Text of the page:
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An Unflinching, 'Street' View of the American Dream

Twenty years ago, when I was a young professor about to teach a course on African-American fiction, I set about to find a forgotten or undiscovered classic by a female writer.

I wanted a book that would hold its own against urban classics like Invisible Man or Native Son, an older book that would complement the newer works by Toni Morrison and Alice Walker or the recently republished novels of Zora Neale Hurston. What I discovered was Ann Petry's magnificent 1946 novel, The Street.

Described by some as an urban To Kill a Mockingbird — minus any redemption and hope — The Street tells the story of Lutie Johnson and her 8-year-old son during the last years of the Second World War.

Lutie is a young, hard-working single mother in urban America, trying to get ahead in a world that ignores and exploits her. Her struggles and determination are both inspiring and doomed; in striving to provide for her son's future, she often ignores his immediate needs and fears.

This book shook me so much that whenever I taught it in class, later that night I would slip into my sleeping sons' bedrooms to watch them and make silent promises. Even now, whenever I finish it, I calculate how old the main character's son will be and wonder what sort of life he had. I care deeply about these characters. They are real to me.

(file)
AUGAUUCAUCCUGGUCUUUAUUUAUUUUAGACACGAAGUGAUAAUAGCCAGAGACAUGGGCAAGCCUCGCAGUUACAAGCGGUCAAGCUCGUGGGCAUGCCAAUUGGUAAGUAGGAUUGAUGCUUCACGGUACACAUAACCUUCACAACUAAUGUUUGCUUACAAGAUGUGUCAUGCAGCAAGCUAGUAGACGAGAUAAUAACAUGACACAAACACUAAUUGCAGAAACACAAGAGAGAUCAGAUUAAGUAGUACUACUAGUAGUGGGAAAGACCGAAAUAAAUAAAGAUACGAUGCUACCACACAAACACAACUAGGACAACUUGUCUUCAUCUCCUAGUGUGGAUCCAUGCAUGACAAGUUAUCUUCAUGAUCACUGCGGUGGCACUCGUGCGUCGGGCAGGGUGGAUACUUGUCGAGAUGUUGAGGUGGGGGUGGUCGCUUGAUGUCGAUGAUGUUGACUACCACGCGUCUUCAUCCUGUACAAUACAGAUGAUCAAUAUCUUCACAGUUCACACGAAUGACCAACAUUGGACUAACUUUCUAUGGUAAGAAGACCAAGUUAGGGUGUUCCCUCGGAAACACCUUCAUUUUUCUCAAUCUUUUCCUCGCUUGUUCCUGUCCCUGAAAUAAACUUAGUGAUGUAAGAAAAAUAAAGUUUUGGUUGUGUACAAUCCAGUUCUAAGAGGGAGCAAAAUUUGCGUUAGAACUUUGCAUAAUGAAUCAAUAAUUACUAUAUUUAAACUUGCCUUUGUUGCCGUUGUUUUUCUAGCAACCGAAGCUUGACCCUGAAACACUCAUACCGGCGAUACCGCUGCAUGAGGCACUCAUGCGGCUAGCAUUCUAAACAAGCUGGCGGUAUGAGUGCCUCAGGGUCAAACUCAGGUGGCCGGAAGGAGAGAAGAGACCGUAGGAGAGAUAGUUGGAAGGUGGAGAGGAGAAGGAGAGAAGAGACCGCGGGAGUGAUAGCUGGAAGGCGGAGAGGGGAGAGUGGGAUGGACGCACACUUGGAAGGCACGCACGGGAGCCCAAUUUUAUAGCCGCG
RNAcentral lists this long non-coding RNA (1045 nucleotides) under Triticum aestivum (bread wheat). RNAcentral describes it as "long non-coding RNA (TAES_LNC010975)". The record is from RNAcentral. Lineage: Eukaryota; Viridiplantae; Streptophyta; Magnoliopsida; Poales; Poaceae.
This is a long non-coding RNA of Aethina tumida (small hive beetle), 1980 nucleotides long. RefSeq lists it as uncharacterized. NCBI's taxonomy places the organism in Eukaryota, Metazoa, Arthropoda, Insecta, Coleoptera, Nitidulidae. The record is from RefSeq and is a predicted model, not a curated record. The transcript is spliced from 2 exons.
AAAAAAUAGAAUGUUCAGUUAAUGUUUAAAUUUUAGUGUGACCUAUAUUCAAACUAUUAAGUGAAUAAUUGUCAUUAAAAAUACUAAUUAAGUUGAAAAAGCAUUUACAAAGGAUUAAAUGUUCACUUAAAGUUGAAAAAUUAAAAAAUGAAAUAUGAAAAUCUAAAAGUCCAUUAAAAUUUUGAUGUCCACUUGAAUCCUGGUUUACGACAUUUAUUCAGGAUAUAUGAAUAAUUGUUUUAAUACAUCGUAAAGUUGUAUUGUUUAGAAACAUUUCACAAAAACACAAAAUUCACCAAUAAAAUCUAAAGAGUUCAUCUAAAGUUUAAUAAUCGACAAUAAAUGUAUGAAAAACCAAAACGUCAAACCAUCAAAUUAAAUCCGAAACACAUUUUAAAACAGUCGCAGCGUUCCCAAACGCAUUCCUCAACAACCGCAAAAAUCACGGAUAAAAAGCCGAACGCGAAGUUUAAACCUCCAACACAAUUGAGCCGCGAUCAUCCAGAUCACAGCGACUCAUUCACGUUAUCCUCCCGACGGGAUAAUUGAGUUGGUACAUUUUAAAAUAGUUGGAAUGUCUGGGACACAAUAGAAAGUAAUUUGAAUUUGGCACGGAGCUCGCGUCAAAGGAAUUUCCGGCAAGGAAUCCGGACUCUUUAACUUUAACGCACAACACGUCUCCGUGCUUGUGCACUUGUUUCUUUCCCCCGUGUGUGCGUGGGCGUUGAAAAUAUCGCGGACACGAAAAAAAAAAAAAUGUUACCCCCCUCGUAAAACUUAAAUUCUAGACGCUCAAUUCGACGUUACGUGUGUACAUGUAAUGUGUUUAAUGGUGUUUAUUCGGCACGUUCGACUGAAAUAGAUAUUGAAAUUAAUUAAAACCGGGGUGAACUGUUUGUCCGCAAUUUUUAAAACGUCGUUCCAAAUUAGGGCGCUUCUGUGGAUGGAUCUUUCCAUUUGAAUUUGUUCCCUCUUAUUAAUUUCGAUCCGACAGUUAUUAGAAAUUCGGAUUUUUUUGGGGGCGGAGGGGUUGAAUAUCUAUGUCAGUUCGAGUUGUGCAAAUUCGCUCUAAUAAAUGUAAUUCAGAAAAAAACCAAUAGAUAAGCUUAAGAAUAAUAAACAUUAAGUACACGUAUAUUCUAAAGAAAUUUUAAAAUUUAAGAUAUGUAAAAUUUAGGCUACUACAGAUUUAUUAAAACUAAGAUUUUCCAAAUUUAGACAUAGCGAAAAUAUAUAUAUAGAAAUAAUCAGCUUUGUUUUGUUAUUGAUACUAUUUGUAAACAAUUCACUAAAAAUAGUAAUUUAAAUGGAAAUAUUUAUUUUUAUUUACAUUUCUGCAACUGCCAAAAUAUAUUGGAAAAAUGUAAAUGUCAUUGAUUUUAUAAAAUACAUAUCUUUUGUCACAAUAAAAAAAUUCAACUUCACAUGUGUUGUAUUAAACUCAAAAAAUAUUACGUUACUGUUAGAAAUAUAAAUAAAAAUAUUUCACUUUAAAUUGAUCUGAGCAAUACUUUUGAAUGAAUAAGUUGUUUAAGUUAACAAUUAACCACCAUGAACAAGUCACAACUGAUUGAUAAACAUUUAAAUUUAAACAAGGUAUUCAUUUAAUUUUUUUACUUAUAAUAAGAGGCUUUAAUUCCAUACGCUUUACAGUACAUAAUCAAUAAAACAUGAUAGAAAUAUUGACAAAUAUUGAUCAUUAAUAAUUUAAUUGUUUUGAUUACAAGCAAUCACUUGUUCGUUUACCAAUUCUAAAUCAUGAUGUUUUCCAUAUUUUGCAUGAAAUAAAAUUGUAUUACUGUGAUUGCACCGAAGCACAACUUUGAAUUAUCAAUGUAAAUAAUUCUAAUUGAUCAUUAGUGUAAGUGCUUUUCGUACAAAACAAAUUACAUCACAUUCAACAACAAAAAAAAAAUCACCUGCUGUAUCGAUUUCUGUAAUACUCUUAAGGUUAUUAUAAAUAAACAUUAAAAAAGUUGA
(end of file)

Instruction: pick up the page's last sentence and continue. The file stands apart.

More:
The Street creates a lot of discussion, often uncomfortable, in my literature classes. It makes us confront difficult questions about race and class. Who has access to the American Dream? Why do some characters make it but Lutie doesn't? Petry wants her readers to see the two sides of America: the gleaming and moneyed suburbs, where she herself was raised, and the struggles of black women in Harlem, where she moved after her marriage.

You can tell that publishers still have a hard time deciding how to market Petry's novel. Editions today show Lutie in tight skirts, bright colors or stiletto heels that undermine her uprightness and her refusal be a sexual object — everything that is so moving to me about this book. I finally spent a small fortune to buy an early edition, with its 1940s dust jacket showing her face looking unblinkingly at the reader. Look at me, it says. I am somebody. And we believe her.

The Street is a book that raises passion in readers, and in me. It is as relevant now as when it was written in the 1940s. Particularly now, with the upcoming presidential election, it makes us think about what it was like to be a single mother raising a black son to believe he was worthy of all the best this country can offer. I can't think of a better place to start a national conversation about the audacity of hope than with this undiscovered classic, as fresh and moving now as the day it was published.

You Must Read This is produced and edited by Ellen Silva.

Copyright 2023 NPR. To see more, visit https://www.npr.org.

Gretchen Holbrook Gerzina